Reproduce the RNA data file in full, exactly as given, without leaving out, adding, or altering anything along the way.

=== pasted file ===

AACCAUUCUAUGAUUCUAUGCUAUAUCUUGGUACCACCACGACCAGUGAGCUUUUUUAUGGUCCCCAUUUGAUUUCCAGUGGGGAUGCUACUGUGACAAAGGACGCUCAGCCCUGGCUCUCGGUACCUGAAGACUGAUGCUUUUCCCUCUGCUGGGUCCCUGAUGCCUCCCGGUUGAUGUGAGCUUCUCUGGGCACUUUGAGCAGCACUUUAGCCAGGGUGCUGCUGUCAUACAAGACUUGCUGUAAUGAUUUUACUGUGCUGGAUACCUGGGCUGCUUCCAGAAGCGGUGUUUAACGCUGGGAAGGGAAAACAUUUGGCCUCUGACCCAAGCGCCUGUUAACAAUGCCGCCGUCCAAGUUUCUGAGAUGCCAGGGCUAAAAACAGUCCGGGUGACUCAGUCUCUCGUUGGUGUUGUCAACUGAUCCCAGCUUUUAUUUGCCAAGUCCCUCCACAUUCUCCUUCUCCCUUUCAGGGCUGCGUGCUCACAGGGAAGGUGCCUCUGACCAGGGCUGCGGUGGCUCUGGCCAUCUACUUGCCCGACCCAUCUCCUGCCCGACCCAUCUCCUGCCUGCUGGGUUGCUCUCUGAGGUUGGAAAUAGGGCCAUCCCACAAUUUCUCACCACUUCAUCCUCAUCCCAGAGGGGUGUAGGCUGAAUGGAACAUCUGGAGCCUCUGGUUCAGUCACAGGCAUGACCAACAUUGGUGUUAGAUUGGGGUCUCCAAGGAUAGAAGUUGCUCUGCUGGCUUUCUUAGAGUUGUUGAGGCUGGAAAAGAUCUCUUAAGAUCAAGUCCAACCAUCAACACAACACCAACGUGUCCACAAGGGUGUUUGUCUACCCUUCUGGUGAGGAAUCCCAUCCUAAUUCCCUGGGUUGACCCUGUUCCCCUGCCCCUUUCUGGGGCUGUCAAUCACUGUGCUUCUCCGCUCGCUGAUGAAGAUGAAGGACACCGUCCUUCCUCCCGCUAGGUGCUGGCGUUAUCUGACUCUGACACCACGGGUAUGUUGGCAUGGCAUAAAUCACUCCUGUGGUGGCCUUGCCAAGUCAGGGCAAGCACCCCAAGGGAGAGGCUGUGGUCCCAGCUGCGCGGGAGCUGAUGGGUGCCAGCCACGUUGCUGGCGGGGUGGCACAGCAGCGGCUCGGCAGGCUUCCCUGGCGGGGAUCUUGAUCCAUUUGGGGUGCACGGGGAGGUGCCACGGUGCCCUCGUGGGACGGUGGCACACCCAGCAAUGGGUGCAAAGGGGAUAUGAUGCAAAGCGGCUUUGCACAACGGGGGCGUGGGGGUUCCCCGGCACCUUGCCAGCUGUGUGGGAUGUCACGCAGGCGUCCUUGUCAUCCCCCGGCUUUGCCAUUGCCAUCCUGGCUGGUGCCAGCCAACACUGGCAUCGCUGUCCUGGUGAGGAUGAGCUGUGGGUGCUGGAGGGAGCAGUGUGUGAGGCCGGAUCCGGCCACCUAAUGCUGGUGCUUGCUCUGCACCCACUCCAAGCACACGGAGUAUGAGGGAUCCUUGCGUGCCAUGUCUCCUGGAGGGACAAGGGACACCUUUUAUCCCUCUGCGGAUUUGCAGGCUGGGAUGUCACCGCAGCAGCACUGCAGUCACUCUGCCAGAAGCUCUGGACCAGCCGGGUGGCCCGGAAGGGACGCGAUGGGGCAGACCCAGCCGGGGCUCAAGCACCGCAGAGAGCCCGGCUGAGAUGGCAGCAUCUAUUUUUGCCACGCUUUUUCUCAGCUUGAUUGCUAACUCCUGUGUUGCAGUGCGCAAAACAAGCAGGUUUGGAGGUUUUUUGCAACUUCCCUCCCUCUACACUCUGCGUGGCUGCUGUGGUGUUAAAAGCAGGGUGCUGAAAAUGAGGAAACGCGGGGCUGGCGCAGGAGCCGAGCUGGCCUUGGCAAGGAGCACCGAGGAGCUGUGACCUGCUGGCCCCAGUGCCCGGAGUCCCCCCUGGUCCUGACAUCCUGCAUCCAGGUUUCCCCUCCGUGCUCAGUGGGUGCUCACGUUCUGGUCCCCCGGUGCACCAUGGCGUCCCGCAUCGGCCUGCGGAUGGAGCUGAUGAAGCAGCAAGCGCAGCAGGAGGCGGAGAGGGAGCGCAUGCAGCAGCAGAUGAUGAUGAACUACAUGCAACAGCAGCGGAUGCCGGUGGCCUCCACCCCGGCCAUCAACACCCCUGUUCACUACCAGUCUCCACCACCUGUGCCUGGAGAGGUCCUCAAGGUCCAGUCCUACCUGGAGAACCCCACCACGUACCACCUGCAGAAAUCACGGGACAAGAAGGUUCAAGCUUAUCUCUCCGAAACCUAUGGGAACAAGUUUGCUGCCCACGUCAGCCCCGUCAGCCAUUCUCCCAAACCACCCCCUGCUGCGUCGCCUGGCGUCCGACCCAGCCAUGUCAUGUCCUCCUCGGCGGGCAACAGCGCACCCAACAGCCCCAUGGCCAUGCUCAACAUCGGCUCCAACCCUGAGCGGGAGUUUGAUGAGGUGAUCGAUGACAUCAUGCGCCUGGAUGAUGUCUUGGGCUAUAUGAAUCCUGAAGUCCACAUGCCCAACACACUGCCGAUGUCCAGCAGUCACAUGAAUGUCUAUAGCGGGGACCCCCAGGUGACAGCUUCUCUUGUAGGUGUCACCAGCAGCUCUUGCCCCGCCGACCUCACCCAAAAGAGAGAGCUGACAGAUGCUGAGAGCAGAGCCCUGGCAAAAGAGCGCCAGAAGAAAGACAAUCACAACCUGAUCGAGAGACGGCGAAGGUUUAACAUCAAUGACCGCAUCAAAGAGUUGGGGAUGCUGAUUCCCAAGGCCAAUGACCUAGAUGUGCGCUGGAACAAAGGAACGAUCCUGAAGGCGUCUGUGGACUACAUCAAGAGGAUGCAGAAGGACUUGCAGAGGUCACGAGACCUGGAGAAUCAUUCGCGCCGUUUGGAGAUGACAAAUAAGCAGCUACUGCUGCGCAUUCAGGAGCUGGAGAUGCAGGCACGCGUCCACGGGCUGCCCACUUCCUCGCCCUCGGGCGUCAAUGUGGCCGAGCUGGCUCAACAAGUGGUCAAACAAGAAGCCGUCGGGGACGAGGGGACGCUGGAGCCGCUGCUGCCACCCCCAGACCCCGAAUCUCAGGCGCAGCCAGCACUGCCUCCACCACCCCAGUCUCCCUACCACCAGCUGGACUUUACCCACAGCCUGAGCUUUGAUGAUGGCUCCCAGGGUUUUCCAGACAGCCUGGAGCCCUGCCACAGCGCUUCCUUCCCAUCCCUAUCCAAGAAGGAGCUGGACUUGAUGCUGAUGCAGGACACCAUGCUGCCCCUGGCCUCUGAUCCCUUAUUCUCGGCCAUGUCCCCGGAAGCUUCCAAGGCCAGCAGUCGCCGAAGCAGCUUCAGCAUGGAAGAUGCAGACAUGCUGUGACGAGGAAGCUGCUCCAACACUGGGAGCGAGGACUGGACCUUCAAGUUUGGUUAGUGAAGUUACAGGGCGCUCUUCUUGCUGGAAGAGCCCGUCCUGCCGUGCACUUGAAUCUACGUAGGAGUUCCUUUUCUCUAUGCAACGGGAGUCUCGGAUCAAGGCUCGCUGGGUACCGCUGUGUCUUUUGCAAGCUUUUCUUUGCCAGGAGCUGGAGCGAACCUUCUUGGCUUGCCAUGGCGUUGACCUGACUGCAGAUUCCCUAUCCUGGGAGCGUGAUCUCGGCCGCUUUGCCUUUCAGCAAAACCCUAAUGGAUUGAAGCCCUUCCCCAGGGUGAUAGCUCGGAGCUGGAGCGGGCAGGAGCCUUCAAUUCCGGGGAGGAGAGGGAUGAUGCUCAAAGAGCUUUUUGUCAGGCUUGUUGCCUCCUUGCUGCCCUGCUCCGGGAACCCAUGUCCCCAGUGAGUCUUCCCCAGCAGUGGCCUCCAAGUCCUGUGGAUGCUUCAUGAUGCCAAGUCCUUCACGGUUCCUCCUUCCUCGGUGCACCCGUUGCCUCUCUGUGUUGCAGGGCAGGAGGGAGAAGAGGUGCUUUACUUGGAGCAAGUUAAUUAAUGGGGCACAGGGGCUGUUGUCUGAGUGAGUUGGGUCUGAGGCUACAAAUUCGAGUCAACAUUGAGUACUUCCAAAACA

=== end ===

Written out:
AACCAUUCUAUGAUUCUAUGCUAUAUCUUGGUACCACCACGACCAGUGAGCUUUUUUAUGGUCCCCAUUUGAUUUCCAGUGGGGAUGCUACUGUGACAAAGGACGCUCAGCCCUGGCUCUCGGUACCUGAAGACUGAUGCUUUUCCCUCUGCUGGGUCCCUGAUGCCUCCCGGUUGAUGUGAGCUUCUCUGGGCACUUUGAGCAGCACUUUAGCCAGGGUGCUGCUGUCAUACAAGACUUGCUGUAAUGAUUUUACUGUGCUGGAUACCUGGGCUGCUUCCAGAAGCGGUGUUUAACGCUGGGAAGGGAAAACAUUUGGCCUCUGACCCAAGCGCCUGUUAACAAUGCCGCCGUCCAAGUUUCUGAGAUGCCAGGGCUAAAAACAGUCCGGGUGACUCAGUCUCUCGUUGGUGUUGUCAACUGAUCCCAGCUUUUAUUUGCCAAGUCCCUCCACAUUCUCCUUCUCCCUUUCAGGGCUGCGUGCUCACAGGGAAGGUGCCUCUGACCAGGGCUGCGGUGGCUCUGGCCAUCUACUUGCCCGACCCAUCUCCUGCCCGACCCAUCUCCUGCCUGCUGGGUUGCUCUCUGAGGUUGGAAAUAGGGCCAUCCCACAAUUUCUCACCACUUCAUCCUCAUCCCAGAGGGGUGUAGGCUGAAUGGAACAUCUGGAGCCUCUGGUUCAGUCACAGGCAUGACCAACAUUGGUGUUAGAUUGGGGUCUCCAAGGAUAGAAGUUGCUCUGCUGGCUUUCUUAGAGUUGUUGAGGCUGGAAAAGAUCUCUUAAGAUCAAGUCCAACCAUCAACACAACACCAACGUGUCCACAAGGGUGUUUGUCUACCCUUCUGGUGAGGAAUCCCAUCCUAAUUCCCUGGGUUGACCCUGUUCCCCUGCCCCUUUCUGGGGCUGUCAAUCACUGUGCUUCUCCGCUCGCUGAUGAAGAUGAAGGACACCGUCCUUCCUCCCGCUAGGUGCUGGCGUUAUCUGACUCUGACACCACGGGUAUGUUGGCAUGGCAUAAAUCACUCCUGUGGUGGCCUUGCCAAGUCAGGGCAAGCACCCCAAGGGAGAGGCUGUGGUCCCAGCUGCGCGGGAGCUGAUGGGUGCCAGCCACGUUGCUGGCGGGGUGGCACAGCAGCGGCUCGGCAGGCUUCCCUGGCGGGGAUCUUGAUCCAUUUGGGGUGCACGGGGAGGUGCCACGGUGCCCUCGUGGGACGGUGGCACACCCAGCAAUGGGUGCAAAGGGGAUAUGAUGCAAAGCGGCUUUGCACAACGGGGGCGUGGGGGUUCCCCGGCACCUUGCCAGCUGUGUGGGAUGUCACGCAGGCGUCCUUGUCAUCCCCCGGCUUUGCCAUUGCCAUCCUGGCUGGUGCCAGCCAACACUGGCAUCGCUGUCCUGGUGAGGAUGAGCUGUGGGUGCUGGAGGGAGCAGUGUGUGAGGCCGGAUCCGGCCACCUAAUGCUGGUGCUUGCUCUGCACCCACUCCAAGCACACGGAGUAUGAGGGAUCCUUGCGUGCCAUGUCUCCUGGAGGGACAAGGGACACCUUUUAUCCCUCUGCGGAUUUGCAGGCUGGGAUGUCACCGCAGCAGCACUGCAGUCACUCUGCCAGAAGCUCUGGACCAGCCGGGUGGCCCGGAAGGGACGCGAUGGGGCAGACCCAGCCGGGGCUCAAGCACCGCAGAGAGCCCGGCUGAGAUGGCAGCAUCUAUUUUUGCCACGCUUUUUCUCAGCUUGAUUGCUAACUCCUGUGUUGCAGUGCGCAAAACAAGCAGGUUUGGAGGUUUUUUGCAACUUCCCUCCCUCUACACUCUGCGUGGCUGCUGUGGUGUUAAAAGCAGGGUGCUGAAAAUGAGGAAACGCGGGGCUGGCGCAGGAGCCGAGCUGGCCUUGGCAAGGAGCACCGAGGAGCUGUGACCUGCUGGCCCCAGUGCCCGGAGUCCCCCCUGGUCCUGACAUCCUGCAUCCAGGUUUCCCCUCCGUGCUCAGUGGGUGCUCACGUUCUGGUCCCCCGGUGCACCAUGGCGUCCCGCAUCGGCCUGCGGAUGGAGCUGAUGAAGCAGCAAGCGCAGCAGGAGGCGGAGAGGGAGCGCAUGCAGCAGCAGAUGAUGAUGAACUACAUGCAACAGCAGCGGAUGCCGGUGGCCUCCACCCCGGCCAUCAACACCCCUGUUCACUACCAGUCUCCACCACCUGUGCCUGGAGAGGUCCUCAAGGUCCAGUCCUACCUGGAGAACCCCACCACGUACCACCUGCAGAAAUCACGGGACAAGAAGGUUCAAGCUUAUCUCUCCGAAACCUAUGGGAACAAGUUUGCUGCCCACGUCAGCCCCGUCAGCCAUUCUCCCAAACCACCCCCUGCUGCGUCGCCUGGCGUCCGACCCAGCCAUGUCAUGUCCUCCUCGGCGGGCAACAGCGCACCCAACAGCCCCAUGGCCAUGCUCAACAUCGGCUCCAACCCUGAGCGGGAGUUUGAUGAGGUGAUCGAUGACAUCAUGCGCCUGGAUGAUGUCUUGGGCUAUAUGAAUCCUGAAGUCCACAUGCCCAACACACUGCCGAUGUCCAGCAGUCACAUGAAUGUCUAUAGCGGGGACCCCCAGGUGACAGCUUCUCUUGUAGGUGUCACCAGCAGCUCUUGCCCCGCCGACCUCACCCAAAAGAGAGAGCUGACAGAUGCUGAGAGCAGAGCCCUGGCAAAAGAGCGCCAGAAGAAAGACAAUCACAACCUGAUCGAGAGACGGCGAAGGUUUAACAUCAAUGACCGCAUCAAAGAGUUGGGGAUGCUGAUUCCCAAGGCCAAUGACCUAGAUGUGCGCUGGAACAAAGGAACGAUCCUGAAGGCGUCUGUGGACUACAUCAAGAGGAUGCAGAAGGACUUGCAGAGGUCACGAGACCUGGAGAAUCAUUCGCGCCGUUUGGAGAUGACAAAUAAGCAGCUACUGCUGCGCAUUCAGGAGCUGGAGAUGCAGGCACGCGUCCACGGGCUGCCCACUUCCUCGCCCUCGGGCGUCAAUGUGGCCGAGCUGGCUCAACAAGUGGUCAAACAAGAAGCCGUCGGGGACGAGGGGACGCUGGAGCCGCUGCUGCCACCCCCAGACCCCGAAUCUCAGGCGCAGCCAGCACUGCCUCCACCACCCCAGUCUCCCUACCACCAGCUGGACUUUACCCACAGCCUGAGCUUUGAUGAUGGCUCCCAGGGUUUUCCAGACAGCCUGGAGCCCUGCCACAGCGCUUCCUUCCCAUCCCUAUCCAAGAAGGAGCUGGACUUGAUGCUGAUGCAGGACACCAUGCUGCCCCUGGCCUCUGAUCCCUUAUUCUCGGCCAUGUCCCCGGAAGCUUCCAAGGCCAGCAGUCGCCGAAGCAGCUUCAGCAUGGAAGAUGCAGACAUGCUGUGACGAGGAAGCUGCUCCAACACUGGGAGCGAGGACUGGACCUUCAAGUUUGGUUAGUGAAGUUACAGGGCGCUCUUCUUGCUGGAAGAGCCCGUCCUGCCGUGCACUUGAAUCUACGUAGGAGUUCCUUUUCUCUAUGCAACGGGAGUCUCGGAUCAAGGCUCGCUGGGUACCGCUGUGUCUUUUGCAAGCUUUUCUUUGCCAGGAGCUGGAGCGAACCUUCUUGGCUUGCCAUGGCGUUGACCUGACUGCAGAUUCCCUAUCCUGGGAGCGUGAUCUCGGCCGCUUUGCCUUUCAGCAAAACCCUAAUGGAUUGAAGCCCUUCCCCAGGGUGAUAGCUCGGAGCUGGAGCGGGCAGGAGCCUUCAAUUCCGGGGAGGAGAGGGAUGAUGCUCAAAGAGCUUUUUGUCAGGCUUGUUGCCUCCUUGCUGCCCUGCUCCGGGAACCCAUGUCCCCAGUGAGUCUUCCCCAGCAGUGGCCUCCAAGUCCUGUGGAUGCUUCAUGAUGCCAAGUCCUUCACGGUUCCUCCUUCCUCGGUGCACCCGUUGCCUCUCUGUGUUGCAGGGCAGGAGGGAGAAGAGGUGCUUUACUUGGAGCAAGUUAAUUAAUGGGGCACAGGGGCUGUUGUCUGAGUGAGUUGGGUCUGAGGCUACAAAUUCGAGUCAACAUUGAGUACUUCCAAAACA